The acronym, ATOM, is helpful in recalling the short-acting benzodiazepines. It stands for alprazolam, triazolam, oxazepam, and midazolam.
Alprazolam (brand name Xanax) is one of the short-acting benzodiazepines. It is indicated for anxiety disorders but can also be used for acute episodes of vertigo. Alprazolam must be prescribed carefully as it has a high risk for abuse and dependence.
Triazolam (brand name Halcion) is another one of these drugs and is commonly prescribed for patients with insomnia.
Oxazepam is particularly useful for treating patients who are in alcohol withdrawal or those who have alcoholic liver disease since oxazepam does not undergo significant hepatic metabolism like the other benzodiazepines. In alcohol withdrawal, benzodiazepines essentially replace the GABAergic tone that is missing when alcoholic patients stop consuming ethanol. It may also be used in patients with anxiety.
Midazolam (brand name Nayzilam) is commonly used as an induction and maintenance agent for anesthesia. It can also be used for light sedation in outpatient procedures. This drug can also be used to acutely manage seizures and status epilepticus since increased GABAergic tone has an inhibitory effect on hyperactive areas of the CNS that are causing seizures.
The short-acting benzodiazepines, particularly midazolam, are used for anesthesia induction and maintenance. For procedures that do not require general anesthesia, midazolam can be used as light sedation or for preprocedural anxiety.
Short-acting benzodiazepines, particularly triazolam, may be indicated for some patients with insomnia. They are typically not used until other medications have failed, due to their high risk side effect profile.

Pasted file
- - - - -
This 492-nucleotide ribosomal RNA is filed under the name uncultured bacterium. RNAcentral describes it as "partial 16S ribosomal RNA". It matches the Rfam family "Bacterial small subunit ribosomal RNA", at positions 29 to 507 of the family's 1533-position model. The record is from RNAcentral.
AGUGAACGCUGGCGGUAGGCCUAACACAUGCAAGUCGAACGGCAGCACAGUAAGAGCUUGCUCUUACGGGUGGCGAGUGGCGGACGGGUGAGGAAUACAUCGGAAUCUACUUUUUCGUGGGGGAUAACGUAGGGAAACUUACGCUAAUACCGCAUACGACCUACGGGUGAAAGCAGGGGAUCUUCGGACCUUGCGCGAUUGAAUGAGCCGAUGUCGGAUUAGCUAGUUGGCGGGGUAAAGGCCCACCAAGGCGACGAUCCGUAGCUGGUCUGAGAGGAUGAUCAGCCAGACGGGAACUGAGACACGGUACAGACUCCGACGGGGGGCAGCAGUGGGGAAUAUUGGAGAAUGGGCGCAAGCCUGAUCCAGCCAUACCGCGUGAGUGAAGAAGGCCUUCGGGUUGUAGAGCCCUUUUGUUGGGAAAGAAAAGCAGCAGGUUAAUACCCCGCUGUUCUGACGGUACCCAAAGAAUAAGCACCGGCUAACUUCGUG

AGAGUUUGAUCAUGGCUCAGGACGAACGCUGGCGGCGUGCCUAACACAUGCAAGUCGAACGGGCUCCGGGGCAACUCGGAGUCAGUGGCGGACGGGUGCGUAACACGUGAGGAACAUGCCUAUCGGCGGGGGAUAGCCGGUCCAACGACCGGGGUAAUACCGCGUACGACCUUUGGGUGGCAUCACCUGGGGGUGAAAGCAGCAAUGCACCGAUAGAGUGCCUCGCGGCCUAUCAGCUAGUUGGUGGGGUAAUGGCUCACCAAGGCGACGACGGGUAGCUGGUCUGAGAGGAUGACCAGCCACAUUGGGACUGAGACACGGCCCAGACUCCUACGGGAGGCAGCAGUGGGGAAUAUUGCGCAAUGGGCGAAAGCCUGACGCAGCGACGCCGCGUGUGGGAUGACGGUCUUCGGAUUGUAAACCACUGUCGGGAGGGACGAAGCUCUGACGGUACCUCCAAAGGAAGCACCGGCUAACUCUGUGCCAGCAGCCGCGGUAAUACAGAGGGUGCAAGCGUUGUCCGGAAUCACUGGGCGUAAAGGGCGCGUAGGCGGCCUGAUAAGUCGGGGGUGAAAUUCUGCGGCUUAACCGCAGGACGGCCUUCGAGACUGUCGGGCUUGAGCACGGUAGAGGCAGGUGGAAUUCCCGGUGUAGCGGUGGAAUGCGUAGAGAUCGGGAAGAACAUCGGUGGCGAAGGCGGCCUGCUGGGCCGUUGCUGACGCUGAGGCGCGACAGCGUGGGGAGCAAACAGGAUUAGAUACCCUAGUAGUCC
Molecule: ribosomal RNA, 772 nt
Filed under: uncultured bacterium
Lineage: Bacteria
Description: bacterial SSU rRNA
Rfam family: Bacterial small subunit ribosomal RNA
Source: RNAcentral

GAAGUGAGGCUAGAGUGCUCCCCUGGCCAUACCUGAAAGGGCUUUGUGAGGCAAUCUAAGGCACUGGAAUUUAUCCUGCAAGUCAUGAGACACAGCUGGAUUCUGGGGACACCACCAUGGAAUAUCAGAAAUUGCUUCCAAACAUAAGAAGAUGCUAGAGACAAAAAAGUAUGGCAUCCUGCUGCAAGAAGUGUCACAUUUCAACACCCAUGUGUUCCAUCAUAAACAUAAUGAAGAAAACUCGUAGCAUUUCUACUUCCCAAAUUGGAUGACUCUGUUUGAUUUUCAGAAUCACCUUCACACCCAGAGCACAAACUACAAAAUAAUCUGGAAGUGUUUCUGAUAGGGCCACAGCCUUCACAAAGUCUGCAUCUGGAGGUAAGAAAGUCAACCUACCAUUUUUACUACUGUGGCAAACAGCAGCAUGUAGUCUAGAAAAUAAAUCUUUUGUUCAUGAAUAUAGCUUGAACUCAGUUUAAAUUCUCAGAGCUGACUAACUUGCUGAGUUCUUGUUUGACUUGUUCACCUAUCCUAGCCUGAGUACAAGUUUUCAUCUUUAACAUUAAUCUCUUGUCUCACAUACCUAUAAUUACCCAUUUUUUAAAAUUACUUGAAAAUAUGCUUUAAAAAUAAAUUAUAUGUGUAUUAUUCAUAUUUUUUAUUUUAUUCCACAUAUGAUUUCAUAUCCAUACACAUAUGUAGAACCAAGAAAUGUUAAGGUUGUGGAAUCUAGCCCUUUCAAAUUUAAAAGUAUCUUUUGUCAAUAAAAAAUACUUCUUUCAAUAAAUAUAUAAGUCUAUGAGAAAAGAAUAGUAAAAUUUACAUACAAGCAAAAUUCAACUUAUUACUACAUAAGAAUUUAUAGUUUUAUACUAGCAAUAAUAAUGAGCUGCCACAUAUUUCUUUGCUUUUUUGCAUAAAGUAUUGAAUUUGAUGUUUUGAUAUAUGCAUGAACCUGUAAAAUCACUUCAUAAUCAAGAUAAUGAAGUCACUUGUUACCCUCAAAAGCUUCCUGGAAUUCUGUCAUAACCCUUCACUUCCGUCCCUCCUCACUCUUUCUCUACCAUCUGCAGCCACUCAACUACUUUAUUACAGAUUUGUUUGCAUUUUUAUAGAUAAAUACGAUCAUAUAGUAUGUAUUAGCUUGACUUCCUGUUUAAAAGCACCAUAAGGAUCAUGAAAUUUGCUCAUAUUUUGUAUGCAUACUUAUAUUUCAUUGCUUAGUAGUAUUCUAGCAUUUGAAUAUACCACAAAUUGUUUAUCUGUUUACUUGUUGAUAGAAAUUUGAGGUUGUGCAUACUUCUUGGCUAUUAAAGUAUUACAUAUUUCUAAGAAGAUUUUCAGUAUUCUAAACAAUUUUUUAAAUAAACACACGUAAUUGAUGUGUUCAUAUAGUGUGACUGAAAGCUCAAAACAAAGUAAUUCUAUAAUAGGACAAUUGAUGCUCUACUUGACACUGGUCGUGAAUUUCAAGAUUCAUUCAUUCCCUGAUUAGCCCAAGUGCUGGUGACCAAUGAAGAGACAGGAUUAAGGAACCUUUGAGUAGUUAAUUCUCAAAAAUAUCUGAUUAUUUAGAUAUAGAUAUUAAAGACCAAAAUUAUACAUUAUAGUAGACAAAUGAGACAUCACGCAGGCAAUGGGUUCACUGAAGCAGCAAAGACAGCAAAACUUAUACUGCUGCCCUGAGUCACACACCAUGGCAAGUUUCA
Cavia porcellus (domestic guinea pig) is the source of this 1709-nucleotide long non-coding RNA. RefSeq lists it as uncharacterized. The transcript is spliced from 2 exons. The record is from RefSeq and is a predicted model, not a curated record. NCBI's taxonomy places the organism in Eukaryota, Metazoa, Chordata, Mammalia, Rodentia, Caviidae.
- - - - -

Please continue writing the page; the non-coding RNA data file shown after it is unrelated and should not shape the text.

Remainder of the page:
Sometimes, short-acting benzodiazepines can be helpful for some patients with anxiety disorders. They are typically not used until other medications have failed, due to their high risk side effect profile.
The half-life of these drugs is less than 12 hours with onset of action within approximately 15 minutes. They also undergo metabolism via the hepatic cytochrome P450 3A4 isoform (except for oxazepam).
Short-acting benzodiazepines have a high potential for dependence, misuse, and addiction. This is because some patients enjoy the anxiolytic and potentially euphoric effects these medications can have, and long-term use induces dependence in the CNS. If a long-term user stops taking their medication, they may enter withdrawal with symptoms including autonomic hyperactivity (sweating, agitation, tremors), psychosis, and seizures. Several management strategies can be employed in patients with benzodiazepine dependence including slow taper of long-acting benzodiazepines, psychotherapy, and seizure prophylaxis.
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